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Transformations of the Secular and the ‘Muslim Question’. Revisiting the Historical Coincidence of Depillarisation and the Institutionalisation of Islam in The Netherlands

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AbstractThis article revisits the ‘historical coincidence’ of the process of ‘depillarisation’ and the institutionalisation of Islam in the Netherlands. It critically considers the established Dutch narrative of pillarisation, i.e. the organisation of the social body along confessional or sectarian lines, and the way in which this historical formation of Dutch secularism is mobilised within contemporary discussions about multiculturalism. This article further explores how depillarisation accounts figure within ‘the Muslim question’ in the Netherlands. While acknowledging that depillarisation is a multidimensional concept, it engages the argument that, on a structural level, Muslim claims of recognition and institutionalisation vis-à-vis the Dutch state were crucial for the process of depillarisation. The article thus reverses the suggestion that Muslims arrived ‘too late’ in an already depillarized society, and draws attention to the constitutive role of Muslims in the ongoing process of nation-building and secularism in the Netherlands.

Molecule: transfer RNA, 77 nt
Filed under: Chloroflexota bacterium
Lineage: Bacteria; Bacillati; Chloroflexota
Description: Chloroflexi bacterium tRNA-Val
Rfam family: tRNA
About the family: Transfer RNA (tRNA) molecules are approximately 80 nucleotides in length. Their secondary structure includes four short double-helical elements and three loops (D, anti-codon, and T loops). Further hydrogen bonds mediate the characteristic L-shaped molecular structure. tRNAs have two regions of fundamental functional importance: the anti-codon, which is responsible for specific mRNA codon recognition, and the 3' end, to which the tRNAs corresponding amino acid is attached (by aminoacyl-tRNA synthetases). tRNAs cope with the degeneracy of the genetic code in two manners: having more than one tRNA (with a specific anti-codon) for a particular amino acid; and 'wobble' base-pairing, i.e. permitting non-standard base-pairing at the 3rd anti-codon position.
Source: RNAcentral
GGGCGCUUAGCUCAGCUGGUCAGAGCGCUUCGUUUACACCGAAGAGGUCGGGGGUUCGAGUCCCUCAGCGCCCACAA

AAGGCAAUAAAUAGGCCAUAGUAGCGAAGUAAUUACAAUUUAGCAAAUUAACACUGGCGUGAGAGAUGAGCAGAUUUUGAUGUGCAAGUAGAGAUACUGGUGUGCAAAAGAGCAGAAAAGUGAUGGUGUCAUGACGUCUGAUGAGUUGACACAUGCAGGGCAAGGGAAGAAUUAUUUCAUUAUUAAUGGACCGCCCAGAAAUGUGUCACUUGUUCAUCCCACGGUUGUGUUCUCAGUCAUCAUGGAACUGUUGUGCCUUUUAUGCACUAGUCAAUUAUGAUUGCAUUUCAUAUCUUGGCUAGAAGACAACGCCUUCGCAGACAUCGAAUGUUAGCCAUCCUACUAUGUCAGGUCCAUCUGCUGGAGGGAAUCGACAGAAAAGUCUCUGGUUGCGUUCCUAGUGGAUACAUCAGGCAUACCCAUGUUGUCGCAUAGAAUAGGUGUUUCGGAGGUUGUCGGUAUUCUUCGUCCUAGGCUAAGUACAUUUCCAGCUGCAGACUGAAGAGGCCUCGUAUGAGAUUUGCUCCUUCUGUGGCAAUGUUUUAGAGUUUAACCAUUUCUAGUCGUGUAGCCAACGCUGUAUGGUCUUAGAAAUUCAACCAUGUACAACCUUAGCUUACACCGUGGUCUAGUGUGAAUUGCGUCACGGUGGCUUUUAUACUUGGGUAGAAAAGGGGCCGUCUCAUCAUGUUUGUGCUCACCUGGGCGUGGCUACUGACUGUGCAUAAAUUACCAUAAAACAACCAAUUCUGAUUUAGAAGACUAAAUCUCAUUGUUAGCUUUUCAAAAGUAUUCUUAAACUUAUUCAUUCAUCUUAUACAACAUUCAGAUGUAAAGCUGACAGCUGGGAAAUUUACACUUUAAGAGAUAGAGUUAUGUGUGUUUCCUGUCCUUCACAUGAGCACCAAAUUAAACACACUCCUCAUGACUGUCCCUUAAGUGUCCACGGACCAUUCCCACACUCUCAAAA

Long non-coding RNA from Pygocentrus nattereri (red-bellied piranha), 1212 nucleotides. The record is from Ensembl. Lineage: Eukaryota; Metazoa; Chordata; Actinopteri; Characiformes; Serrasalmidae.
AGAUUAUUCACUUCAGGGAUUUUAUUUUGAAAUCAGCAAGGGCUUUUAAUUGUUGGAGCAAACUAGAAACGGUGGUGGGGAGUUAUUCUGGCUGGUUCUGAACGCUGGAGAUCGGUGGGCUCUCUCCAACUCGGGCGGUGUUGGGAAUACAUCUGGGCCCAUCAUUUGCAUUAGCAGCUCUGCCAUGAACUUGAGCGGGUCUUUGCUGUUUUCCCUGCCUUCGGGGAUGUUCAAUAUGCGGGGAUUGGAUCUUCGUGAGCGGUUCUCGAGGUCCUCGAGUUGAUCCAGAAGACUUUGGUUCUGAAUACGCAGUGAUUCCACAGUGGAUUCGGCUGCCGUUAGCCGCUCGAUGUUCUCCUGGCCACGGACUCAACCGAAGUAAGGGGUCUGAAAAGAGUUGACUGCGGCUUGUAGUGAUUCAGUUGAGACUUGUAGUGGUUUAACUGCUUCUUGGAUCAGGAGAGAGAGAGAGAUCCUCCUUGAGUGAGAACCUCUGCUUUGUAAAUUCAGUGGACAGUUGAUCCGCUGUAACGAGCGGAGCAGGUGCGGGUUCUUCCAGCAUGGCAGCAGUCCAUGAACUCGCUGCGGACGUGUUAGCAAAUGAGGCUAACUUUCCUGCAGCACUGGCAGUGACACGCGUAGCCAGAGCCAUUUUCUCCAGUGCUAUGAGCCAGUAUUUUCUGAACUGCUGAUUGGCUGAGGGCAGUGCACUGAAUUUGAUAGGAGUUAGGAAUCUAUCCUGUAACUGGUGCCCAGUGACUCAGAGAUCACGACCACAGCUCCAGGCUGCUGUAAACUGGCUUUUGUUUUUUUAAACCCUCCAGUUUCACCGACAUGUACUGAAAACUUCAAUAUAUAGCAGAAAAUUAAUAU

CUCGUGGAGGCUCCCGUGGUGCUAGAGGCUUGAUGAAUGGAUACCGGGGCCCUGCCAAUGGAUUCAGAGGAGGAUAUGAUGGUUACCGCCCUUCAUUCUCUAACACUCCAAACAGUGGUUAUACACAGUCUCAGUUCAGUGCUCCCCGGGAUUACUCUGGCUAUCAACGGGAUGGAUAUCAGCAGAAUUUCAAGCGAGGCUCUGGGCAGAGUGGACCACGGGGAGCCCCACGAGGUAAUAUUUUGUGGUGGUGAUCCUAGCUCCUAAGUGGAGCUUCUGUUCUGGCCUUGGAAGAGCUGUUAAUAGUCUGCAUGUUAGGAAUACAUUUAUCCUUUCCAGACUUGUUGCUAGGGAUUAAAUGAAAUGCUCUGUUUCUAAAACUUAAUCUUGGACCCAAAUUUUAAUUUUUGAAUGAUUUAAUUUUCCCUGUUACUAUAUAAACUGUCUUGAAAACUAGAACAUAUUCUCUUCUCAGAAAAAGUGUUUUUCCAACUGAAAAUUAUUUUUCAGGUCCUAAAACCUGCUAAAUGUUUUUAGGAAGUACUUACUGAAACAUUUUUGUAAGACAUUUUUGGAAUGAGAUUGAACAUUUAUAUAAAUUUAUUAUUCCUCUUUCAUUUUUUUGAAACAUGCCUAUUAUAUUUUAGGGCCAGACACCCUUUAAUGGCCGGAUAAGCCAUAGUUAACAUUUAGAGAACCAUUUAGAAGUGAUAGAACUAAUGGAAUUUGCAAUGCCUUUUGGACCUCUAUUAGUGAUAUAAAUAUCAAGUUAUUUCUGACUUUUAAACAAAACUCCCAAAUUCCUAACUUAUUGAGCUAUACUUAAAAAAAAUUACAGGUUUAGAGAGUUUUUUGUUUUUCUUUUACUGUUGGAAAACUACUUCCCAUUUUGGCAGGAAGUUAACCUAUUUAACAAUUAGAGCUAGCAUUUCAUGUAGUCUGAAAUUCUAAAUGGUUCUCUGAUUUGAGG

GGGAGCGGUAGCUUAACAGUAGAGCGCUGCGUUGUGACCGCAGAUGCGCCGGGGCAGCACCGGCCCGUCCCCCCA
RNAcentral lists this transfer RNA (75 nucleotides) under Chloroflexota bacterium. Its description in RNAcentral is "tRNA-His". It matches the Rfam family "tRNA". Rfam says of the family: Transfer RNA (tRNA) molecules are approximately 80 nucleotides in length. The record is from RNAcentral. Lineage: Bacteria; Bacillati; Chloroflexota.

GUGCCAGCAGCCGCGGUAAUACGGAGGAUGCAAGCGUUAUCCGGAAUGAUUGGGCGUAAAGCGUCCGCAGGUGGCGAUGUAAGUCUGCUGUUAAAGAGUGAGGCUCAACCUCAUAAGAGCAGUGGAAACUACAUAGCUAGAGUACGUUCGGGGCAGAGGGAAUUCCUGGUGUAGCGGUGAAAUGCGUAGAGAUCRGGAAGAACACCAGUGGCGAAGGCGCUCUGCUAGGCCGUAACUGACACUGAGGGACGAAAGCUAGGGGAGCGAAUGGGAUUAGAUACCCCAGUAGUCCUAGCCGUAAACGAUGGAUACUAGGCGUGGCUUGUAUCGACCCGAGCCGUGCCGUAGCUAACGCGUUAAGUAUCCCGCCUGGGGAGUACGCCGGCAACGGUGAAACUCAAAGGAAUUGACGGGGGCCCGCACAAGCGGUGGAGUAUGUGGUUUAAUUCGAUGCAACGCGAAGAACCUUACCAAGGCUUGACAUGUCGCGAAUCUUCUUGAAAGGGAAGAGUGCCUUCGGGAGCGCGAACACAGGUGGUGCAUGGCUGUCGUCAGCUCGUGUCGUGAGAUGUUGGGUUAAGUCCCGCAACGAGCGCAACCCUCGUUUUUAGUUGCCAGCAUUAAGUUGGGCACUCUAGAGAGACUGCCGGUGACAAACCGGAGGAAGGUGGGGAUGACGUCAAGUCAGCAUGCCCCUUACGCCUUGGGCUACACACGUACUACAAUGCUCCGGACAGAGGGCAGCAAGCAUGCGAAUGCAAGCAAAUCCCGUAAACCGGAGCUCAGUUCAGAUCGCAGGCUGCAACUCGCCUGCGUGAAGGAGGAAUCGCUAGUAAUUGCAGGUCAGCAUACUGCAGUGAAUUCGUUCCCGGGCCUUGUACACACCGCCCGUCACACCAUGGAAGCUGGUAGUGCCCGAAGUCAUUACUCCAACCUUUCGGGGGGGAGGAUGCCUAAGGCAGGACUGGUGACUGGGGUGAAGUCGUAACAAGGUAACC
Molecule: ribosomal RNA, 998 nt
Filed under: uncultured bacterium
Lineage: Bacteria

Affiliations: 1: Sociology of Religion and CultureKU Leuven, Parkstraat 45, 3000 LeuvenBelgiumsarah.bracke@soc.kuleuven.be

10.1163/22117954-12341264
/content/journals/10.1163/22117954-12341264
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/content/journals/10.1163/22117954-12341264
2013-01-01
2016-12-02

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